After Wednesday’s episode fans of RHOD were firmly divided into two camps: those of Locken’s side and those on Brittingham and Simmons’ side.

Others believed that Locken couldn’t justify why came off as a pretty racist rant at the end of the episode.

Some people couldn’t get past what they saw as Locken’s pretty racist rant at the end of the episode.

Others truly believed Brittingham and Simmons went too far and crossed the line into “bullying” territory. 

It’s interesting how starkly different people feel about the same situation.

This person called out Locken for her, frankly, xenophobic behavior:

Making fun of Brittingham’s perfectly understandable English is icky.

And this person seemed personally aggrieved at Brittingham and Simmons’ “prank”.

As for us, we believe all of the women involved could benefit from an intense session or two of therapy. 

As Disney+ Launches, Here Are Some Of The Offensive Movies And Scenes You Might Or Might Not See On The Platform

Entertainment

As Disney+ Launches, Here Are Some Of The Offensive Movies And Scenes You Might Or Might Not See On The Platform

Disney

On November 12th, Disney launched its much-anticipated streaming service Disney+, a platform that offers over 7,000 television episodes and 500 films of Disney titles to its subscribers. And while the influx of beloved Disney content is exciting, some Disney fans can’t help but cringe at the outdated, stereotypical tropes that some of the House of Mouse’s older content employed. And while racist tropes and offensive stereotypes were par for the course decades ago, we are now living in a world where sensitive cultural representation in the media is of the utmost importance.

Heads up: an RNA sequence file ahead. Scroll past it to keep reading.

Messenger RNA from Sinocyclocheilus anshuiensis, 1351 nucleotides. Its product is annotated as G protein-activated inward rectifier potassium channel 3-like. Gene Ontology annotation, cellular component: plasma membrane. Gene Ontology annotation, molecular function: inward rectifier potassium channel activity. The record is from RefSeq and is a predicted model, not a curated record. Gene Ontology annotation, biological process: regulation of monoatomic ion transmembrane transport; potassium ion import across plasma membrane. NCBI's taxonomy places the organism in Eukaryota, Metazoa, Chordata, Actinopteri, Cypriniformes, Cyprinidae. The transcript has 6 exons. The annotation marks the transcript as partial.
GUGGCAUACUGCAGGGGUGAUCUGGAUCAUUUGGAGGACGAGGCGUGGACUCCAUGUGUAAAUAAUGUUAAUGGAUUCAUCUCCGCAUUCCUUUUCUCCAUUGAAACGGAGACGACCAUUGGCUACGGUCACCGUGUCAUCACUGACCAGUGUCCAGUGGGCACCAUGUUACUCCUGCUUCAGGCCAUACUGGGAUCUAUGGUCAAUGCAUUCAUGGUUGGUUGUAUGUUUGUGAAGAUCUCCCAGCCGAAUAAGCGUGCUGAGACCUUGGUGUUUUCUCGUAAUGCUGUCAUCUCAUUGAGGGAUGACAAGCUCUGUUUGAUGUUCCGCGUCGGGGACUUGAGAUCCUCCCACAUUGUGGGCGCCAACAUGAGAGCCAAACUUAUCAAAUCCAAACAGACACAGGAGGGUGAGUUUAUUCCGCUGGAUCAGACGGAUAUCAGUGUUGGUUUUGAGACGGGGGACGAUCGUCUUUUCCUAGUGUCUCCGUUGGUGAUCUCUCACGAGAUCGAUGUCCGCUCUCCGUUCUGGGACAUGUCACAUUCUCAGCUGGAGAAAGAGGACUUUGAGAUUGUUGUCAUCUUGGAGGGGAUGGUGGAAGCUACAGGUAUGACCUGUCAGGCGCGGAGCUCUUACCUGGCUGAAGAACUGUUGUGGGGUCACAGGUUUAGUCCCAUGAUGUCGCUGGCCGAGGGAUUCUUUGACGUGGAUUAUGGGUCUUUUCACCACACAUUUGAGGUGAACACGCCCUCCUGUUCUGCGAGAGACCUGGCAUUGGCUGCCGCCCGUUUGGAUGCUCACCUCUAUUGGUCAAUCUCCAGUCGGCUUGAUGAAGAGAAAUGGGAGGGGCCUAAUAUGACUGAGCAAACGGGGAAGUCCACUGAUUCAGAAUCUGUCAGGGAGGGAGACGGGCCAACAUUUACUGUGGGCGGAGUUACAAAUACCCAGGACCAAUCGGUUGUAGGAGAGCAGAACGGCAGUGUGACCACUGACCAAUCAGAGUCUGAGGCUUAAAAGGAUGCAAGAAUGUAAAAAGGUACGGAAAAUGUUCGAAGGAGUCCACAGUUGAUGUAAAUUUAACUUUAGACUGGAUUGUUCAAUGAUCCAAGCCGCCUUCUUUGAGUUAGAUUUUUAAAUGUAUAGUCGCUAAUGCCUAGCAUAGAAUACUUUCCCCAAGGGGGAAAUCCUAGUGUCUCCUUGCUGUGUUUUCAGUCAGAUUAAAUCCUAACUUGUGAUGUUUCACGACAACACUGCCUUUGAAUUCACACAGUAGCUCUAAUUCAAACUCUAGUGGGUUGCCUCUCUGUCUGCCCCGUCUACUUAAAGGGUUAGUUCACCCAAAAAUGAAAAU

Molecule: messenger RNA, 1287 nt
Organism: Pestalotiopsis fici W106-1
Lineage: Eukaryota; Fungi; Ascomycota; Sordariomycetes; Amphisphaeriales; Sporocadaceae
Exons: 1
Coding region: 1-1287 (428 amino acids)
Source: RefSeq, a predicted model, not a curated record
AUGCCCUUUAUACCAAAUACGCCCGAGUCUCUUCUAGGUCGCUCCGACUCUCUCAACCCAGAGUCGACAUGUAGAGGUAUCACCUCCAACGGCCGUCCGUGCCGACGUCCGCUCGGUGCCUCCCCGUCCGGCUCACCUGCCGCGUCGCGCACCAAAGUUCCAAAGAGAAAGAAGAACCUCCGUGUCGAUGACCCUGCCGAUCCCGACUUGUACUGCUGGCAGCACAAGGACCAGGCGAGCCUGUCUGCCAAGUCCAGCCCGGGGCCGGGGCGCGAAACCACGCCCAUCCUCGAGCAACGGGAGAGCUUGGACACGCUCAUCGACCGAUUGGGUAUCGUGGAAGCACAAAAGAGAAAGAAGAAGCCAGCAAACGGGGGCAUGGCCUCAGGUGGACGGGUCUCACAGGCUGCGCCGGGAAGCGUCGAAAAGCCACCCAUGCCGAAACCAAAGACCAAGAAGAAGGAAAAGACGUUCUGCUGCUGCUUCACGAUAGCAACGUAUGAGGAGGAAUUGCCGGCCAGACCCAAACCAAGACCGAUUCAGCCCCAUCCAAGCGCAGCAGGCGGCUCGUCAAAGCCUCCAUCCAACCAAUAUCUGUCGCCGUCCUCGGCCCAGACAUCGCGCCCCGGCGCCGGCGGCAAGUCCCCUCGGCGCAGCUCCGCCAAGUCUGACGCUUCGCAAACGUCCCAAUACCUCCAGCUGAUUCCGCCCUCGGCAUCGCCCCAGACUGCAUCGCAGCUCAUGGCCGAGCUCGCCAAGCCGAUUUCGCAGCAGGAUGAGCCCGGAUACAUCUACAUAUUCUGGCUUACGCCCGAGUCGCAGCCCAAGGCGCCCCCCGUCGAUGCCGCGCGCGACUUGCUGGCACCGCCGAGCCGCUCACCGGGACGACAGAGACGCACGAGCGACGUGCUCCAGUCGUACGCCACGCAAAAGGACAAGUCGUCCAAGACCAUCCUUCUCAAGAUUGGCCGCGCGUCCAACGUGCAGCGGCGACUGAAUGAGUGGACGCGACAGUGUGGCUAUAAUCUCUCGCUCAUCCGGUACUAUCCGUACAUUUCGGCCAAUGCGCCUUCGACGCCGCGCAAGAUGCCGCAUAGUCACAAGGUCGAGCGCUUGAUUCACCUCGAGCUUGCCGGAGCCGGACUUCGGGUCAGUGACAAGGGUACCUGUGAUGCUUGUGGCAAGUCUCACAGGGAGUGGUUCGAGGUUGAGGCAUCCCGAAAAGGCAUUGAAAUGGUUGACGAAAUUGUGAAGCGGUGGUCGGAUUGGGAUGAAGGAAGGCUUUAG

Aware of people’s lowered tolerance for racism in their entertainment, Disney+ has issued content warnings on some of their titles. The warning reads: “This program is presented as originally created. It may contain outdated cultural depictions”. And while some are applauding Disney for acknowledging the problematic nature of some of their content, others don’t think that a mere content warning is enough. Others are calling for Disney to make a greater effort to reckon with their problematic legacy. In light of these development, here are seven of the most racist moments in Disney movies that you can look out for when deciding on your next Disney+ viewing.

1. The Siamese Cats in “Lady and the Tramp”

@lcrowde8/Twitter

When “Lady and the Tramp” was released in 1955, it wasn’t unusual for the entertainment industry to create characters based on offensive stereotypes of what they believed people of Asian descent acted like. One of the most offensive instances of this were there characters “Si” and “Am” in “Lady and the Tramp”–two mischievous and troublesome cats who come into Lady’s home and make a mess, which Lady is ultimately blamed for. It doesn’t help that the cats are illustrated with slanted eyes and sing with broken accents. 

2. Everything about “Song of the South”